Interview with Mayor Danene Sorace
You’re reading this interview because those of us here at FLL wanted to check in with Lancaster Mayor Danene Sorace. We were curious if the enthusiasm and hopefulness that the Mayor expressed in her interview with us a year ago had waned. This year, quite a few controversial and difficult events have happened here in Lancaster, many of which—mainly through social media—received the attention of national news outlets, far and wide. We were curious if she has been able to stay the course and address all of those important and long-term issues she had been so focused on, such as an intractable poverty rate (though a glimmer of good news — poverty rates fell 2.6-percent in 2017) and neighborhoods feeling that they had been ignored, and not succumb to putting out the ‘daily fires’ of a bureaucratic job. Our interview this time around was conducted in her bright and inviting office, rather than at the small table at a local coffee shop we met at one year ago.
As we begin our interview, it’s clear Sorace is a little more tired, a little more serious, and a whole lot more aware of each and every problem someone in this mayoral position is expected to attempt to fix. She’s also aware of the limitations of her office when trying to fix them. As she explains, “Cities across the country are losing Federal financial support, as our infrastructure needs attention. We are all making it up with no road map, trying to implement with long-term solutions and not band-aids, and trying to do it without asking constituents to pay the highest tax burden.” She and her team have tried to prioritize improvement of city roads, but have encountered both financial obstacles and pushback from constituents demanding such work begin in their neighborhoods. Her administration has also prioritized lead removal from schools and homes; that, too, has pushed the administration into an arena fraught with tension and friction.
When asked what she has learned in the past year, she mentions the word (and concept of) “and.” To provide a bit of context, she was recently asked to speak at a ceremony for Michael Molla, the incoming President of the Pennsylvania College of Art and Design. The invitation PCAD sent included the imagery of an ampersand, which was also the theme of the event. You may have even noticed the large ampersand sculpture at the intersection of Chestnut and Prince Streets. The “&” symbol has its roots in Latin, combining the letters “E” and “T,” making the word “et” (what we translate as “and”). She explains this simple conjunction, but then leans forward in her seat to share her explanation of the sculpture’s true impact on her. She says, “It’s never just one thing. People aren’t either this or that, but both/and. When we recognize that there is space for this friction, we can solve problems.” She notices a perplexed look on my face, and so she continues, “If you say, ‘I love working with you, BUT there is one thing I’d like to talk about’ or you say, ‘I love working with you and there is one thing I’d like to talk about’, it feels like a totally different statement. ‘And’ can hold that tension – both things can be true at once. When you use the word ‘but’, all people remember is what came second. There is no friction in either/or – it is just black or white. It doesn’t create any space or possibility. ‘And’ does this in just three little letters – a world of possibility.”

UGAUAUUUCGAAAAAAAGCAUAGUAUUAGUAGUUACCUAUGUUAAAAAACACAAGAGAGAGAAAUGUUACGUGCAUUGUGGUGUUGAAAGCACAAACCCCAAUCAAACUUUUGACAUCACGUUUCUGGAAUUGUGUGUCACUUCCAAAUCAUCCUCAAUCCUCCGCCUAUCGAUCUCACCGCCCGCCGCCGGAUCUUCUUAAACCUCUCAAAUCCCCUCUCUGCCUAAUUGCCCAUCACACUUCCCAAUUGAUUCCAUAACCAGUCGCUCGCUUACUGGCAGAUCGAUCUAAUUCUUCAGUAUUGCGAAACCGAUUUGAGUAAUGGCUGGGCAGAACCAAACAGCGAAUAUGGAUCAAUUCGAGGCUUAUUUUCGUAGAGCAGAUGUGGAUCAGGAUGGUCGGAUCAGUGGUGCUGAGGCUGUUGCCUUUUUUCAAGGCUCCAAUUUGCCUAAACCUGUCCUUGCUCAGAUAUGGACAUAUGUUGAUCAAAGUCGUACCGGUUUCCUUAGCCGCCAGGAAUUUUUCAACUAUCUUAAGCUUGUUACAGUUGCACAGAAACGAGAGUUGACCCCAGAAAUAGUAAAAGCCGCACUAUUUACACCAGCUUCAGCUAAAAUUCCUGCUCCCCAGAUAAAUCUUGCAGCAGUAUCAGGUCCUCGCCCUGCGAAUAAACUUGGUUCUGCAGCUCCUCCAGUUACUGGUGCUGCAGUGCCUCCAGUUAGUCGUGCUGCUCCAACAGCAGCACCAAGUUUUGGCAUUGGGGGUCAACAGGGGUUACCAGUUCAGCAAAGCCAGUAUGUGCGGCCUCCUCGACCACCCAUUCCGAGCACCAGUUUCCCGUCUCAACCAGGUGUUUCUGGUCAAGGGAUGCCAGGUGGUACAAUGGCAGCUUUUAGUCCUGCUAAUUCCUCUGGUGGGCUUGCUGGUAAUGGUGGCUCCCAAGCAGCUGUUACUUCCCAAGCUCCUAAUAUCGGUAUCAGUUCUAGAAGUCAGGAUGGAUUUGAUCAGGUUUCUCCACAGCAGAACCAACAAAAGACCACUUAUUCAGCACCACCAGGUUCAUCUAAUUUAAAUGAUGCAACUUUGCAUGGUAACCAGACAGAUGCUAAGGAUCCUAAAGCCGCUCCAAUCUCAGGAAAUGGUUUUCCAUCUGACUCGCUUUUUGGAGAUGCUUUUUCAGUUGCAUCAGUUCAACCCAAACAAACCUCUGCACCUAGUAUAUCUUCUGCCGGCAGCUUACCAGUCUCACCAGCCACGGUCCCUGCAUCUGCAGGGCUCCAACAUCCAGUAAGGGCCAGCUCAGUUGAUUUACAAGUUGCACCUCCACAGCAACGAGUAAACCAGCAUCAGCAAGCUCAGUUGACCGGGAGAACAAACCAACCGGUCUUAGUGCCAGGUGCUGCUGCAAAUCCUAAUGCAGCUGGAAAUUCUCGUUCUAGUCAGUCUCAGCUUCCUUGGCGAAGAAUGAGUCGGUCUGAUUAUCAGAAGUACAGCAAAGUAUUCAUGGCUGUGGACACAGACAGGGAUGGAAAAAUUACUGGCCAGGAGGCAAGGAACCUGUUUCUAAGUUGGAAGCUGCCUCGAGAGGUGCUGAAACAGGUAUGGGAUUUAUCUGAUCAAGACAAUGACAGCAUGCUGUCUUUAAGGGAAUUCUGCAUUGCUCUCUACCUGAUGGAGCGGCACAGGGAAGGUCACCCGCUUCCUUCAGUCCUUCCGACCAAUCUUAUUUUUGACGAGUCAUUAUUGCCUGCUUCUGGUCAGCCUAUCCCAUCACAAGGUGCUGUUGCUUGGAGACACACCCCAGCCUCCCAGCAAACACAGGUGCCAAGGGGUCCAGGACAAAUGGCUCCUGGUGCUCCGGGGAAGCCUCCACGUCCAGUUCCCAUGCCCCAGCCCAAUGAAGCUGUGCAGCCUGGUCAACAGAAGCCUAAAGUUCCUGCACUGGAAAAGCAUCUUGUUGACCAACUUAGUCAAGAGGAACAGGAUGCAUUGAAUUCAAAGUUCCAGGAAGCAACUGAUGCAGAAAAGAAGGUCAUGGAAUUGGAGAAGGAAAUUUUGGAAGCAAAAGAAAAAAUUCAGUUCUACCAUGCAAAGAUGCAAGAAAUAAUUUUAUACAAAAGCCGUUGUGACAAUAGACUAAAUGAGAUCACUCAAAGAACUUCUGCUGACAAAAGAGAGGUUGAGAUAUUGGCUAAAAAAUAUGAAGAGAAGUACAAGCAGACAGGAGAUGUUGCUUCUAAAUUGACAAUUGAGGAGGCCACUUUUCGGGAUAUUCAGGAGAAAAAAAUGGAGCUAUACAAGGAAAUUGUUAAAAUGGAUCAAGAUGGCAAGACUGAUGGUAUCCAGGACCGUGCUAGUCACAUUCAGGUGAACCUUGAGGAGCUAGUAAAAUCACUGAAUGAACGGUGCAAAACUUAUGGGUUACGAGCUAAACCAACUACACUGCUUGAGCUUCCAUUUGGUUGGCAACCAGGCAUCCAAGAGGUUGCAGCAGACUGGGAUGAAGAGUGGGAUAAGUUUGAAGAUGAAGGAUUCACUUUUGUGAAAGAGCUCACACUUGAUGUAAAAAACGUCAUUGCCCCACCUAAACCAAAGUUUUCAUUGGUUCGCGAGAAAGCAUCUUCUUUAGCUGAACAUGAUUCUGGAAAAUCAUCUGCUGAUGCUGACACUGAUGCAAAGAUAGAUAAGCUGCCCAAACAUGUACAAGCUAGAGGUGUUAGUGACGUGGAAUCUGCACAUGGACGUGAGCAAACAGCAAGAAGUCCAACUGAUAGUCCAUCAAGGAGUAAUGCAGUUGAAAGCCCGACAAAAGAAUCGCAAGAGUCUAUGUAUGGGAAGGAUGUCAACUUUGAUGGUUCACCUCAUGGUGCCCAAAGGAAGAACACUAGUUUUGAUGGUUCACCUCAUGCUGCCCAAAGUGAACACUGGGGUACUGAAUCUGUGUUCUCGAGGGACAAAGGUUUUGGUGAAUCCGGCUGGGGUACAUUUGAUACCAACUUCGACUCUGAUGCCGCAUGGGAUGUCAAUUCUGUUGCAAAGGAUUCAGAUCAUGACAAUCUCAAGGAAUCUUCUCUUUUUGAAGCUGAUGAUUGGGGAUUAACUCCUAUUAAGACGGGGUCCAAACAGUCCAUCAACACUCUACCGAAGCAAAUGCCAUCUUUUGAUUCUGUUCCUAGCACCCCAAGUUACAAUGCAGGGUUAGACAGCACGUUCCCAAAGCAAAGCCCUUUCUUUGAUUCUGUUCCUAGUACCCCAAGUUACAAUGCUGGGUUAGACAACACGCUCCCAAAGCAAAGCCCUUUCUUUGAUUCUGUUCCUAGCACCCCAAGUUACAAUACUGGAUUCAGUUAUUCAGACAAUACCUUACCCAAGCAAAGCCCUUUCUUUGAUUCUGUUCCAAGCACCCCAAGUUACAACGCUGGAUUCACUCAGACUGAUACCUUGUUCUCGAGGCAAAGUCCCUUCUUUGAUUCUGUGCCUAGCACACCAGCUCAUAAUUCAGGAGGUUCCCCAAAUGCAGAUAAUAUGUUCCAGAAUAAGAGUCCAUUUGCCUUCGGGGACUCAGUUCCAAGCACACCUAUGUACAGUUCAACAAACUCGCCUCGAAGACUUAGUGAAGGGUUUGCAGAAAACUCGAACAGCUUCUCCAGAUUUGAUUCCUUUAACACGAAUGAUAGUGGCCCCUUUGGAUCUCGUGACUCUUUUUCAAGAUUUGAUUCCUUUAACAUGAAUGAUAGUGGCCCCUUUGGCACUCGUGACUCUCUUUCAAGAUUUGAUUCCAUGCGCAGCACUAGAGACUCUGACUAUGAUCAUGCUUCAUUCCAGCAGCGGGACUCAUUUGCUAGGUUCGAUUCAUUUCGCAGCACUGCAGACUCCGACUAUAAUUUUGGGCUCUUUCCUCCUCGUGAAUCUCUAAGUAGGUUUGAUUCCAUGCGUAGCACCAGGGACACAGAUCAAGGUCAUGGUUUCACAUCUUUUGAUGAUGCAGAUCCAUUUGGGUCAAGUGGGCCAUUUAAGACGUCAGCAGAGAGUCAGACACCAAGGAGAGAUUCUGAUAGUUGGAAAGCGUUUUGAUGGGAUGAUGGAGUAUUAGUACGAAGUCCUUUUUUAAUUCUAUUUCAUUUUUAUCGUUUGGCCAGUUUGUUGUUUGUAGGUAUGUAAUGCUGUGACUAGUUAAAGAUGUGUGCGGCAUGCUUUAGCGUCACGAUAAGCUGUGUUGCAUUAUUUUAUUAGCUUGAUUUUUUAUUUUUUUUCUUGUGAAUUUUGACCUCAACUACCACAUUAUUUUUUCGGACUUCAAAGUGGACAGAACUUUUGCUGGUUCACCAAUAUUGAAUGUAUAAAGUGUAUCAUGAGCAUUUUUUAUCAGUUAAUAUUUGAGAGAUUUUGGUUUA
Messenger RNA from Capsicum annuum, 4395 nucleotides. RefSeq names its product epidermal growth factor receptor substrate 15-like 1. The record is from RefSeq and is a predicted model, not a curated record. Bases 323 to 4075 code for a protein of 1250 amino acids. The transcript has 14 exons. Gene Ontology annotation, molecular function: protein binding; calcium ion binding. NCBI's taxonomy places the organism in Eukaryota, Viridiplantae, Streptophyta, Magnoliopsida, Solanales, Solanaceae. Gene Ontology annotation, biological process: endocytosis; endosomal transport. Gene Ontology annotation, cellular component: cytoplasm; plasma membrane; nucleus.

This philosophical approach to language is also being used to help Sorace and her team be more reflective and to implement the strategies of asking more questions, being willing to, as she explains, “hold differing points of view, and not rush to judge.” She affirms this idea by emphasizing her open door policy. “I’m listening,” Sorace says. “Be respectful and I will respond to emails, phone calls, and discussions on the street.” She is always looking to find solutions, and is happy to engage in thoughtful discourse with all of her constituents.
A few post-interview notes from the writer: In reality, I assume our Mayor is grappling with the same issues that every leader deals with—where to find the money that is needed to get everything done without over taxing or displeasing their constituents and disrupting the bureaucracy. The ‘need to-do’ list is long, the revenue list is short, and change does not happen fast enough. The difference is that this government leader is part philosopher. Sorace finds meaning in a piece of art, and has used it to inspire creative thinking and expand the options for action.
In the past few years, we have all seen the divisions some leaders are trying to create between us—tribalism, polarization, xenophobia, racism, sexism, and more... and our health, the health of our humanity, is paying the price. Mayor (and Philosopher) Sorace is correct; we aren’t one thing or the other. We are a swirl of complexity, and we all fall in that gray area where real understanding begins, questions are asked, and problems are solved. Imagine the possibilities...Mayor Sorace does.
By: Marian Pontz